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Articles on Talmidaism Theology

Against swearing oaths


A common feature of the teaching of the prophet Yeshua`, Jacob the Pious and the Emissaries (‘Apostles’), was that they all taught against the swearing of oaths. There is a commandment to swear oath’s in the Name of YHVH (Deut 6:13), that is, not to swear oaths in the name of any other god, only in YHVH’s name. 

Now, there was always the danger that God’s Holy Name would become a profanity, so the 3rd commandment warned against this. Of course, if you bring God’s Holy Name too often into daily conversation, it demeans it and makes it into something common, and on the lips of insincere people it loses its holiness and power. There came a time when people would not only lie, but still swear by God’s Holy Name that they were telling the truth.

This issue must have come to a head, because even the prophet Hosea (4:15) says, ‘Do not swear, ‘As surely as YHVH lives’. The Pharisees, because they forbade the saying of the Holy Name, made it acceptable to swear by other things, like the gold of the Temple. But in time, the same insincerity began to creep in, such that no oath was any guarantee of truth on the lips of a liar.

So Yeshua` said, in S.Yesh. 122:5-7 (= Mt 5:34-37) ‘Therefore I tell you, don’t swear oaths at all, neither by heaven, because it’s God’s throne; nor by the earth, because it’s God’s footstool. And don’t swear by your head, since you can’t make even one hair white or black. Simply let your “Yes” mean “Yes”, and your “No” mean “No”. Anything else comes from evil.’

And James the Pious reflected this in Ig.Yq. 15:1-2 (= Ep. James 5:12) when he said, ‘But above all, my brothers and sisters, do not swear oaths – neither by heaven nor by the earth, nor by anything else. Let your “Yes” be yes, and your “No,” no, in case you are judged.

And in the Teachings of the Emissaries it says, ‘You shall not swear oaths’ (T.Shl 2:3).

The nature of oaths and vows in the Israelite religion

By Yeshua`’s time, the laws on oaths had become impossibly complicated. Just read this summary on the section in the Talmud on oaths:

Case 1: Person A leaves certain objects in the care of person B; B admits having received them, but claims that they have been stolen or lost; he takes the oath in support of his assertion and is acquitted from responsibility.

Case 2: “Part admittance”: Person A claims to have lent person B 100 shekels; B admits the claim as regards only 50, and after taking the oath is acquitted; but if B repudiates the claim in its entirety he is acquitted without oath. (3) But if A has one witness in proof of his claim, B must take the oath in either case. The admissions of B in cases 1 and 2, and the statement of the one witness in case 3, are considered as half-evidence.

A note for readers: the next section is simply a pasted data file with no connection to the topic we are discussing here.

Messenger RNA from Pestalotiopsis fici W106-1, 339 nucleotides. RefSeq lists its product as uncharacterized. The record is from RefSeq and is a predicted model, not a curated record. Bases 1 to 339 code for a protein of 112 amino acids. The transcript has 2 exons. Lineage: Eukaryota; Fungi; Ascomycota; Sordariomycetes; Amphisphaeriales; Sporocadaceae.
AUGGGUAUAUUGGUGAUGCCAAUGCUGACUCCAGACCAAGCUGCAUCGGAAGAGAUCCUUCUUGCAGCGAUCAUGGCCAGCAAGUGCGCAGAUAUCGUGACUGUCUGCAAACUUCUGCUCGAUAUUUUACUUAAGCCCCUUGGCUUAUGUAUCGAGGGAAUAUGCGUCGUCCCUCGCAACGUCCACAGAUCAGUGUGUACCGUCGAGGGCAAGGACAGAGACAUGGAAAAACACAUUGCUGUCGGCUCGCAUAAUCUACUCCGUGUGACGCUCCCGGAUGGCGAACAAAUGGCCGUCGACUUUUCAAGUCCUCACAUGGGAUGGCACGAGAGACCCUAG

The reasoning behind the teaching not to swear oaths

The result may have been that certain individuals in the Jewish community may have rebelled against this jungle of oath-laws. Behind it all was the issue of honesty. Yeshua` was teaching honesty, not necessarily a refusal to take oaths in court.

Nevertheless, it was an undeniable teaching of the ancient community of the Way not to swear oaths. I think we need more discussion on this in our community on how far to take this in modern times. We are certainly not to swear on the bible or the Torah, by God, or by anything else; if nothing else, this fact is irrefutable by what Yeshua` says. However, we need to ask ourselves, ‘In court, are we merely to say, ‘I will tell the truth’? 

In my humble opinion, a valid declaration in a court of law would be something like, “I hereby declare that I will tell the truth, the whole truth and nothing but the truth.” Technically, this is not an oath, because you are not swearing by anything (there is no, ‘so help me God’ at the end, and you are not swearing with your hand on a bible). You would simply be making a statement of fact. If we tell the truth in court, then if anything happens, we know that we have been honest, and we can retain our dignity and honour before God and human beings.

I think there is more to all this than meets the eye. I think that firmly establishing the reputation of the honesty of Followers of the Way was one of the issues – a Talmidi’s word should be their bond, so to speak.

In everyday life (i.e. outside of a court of law), as Talmidis, we should always endeavour to tell the truth, unless it is the case that the telling of a truth would endanger a life, or seriously damage someone else psychologically. If it is better to say nothing, then do so; and if a friend or relative tells you that they prefer not to say anything, then respect that wish – because you know that they are doing it in someone’s best interests.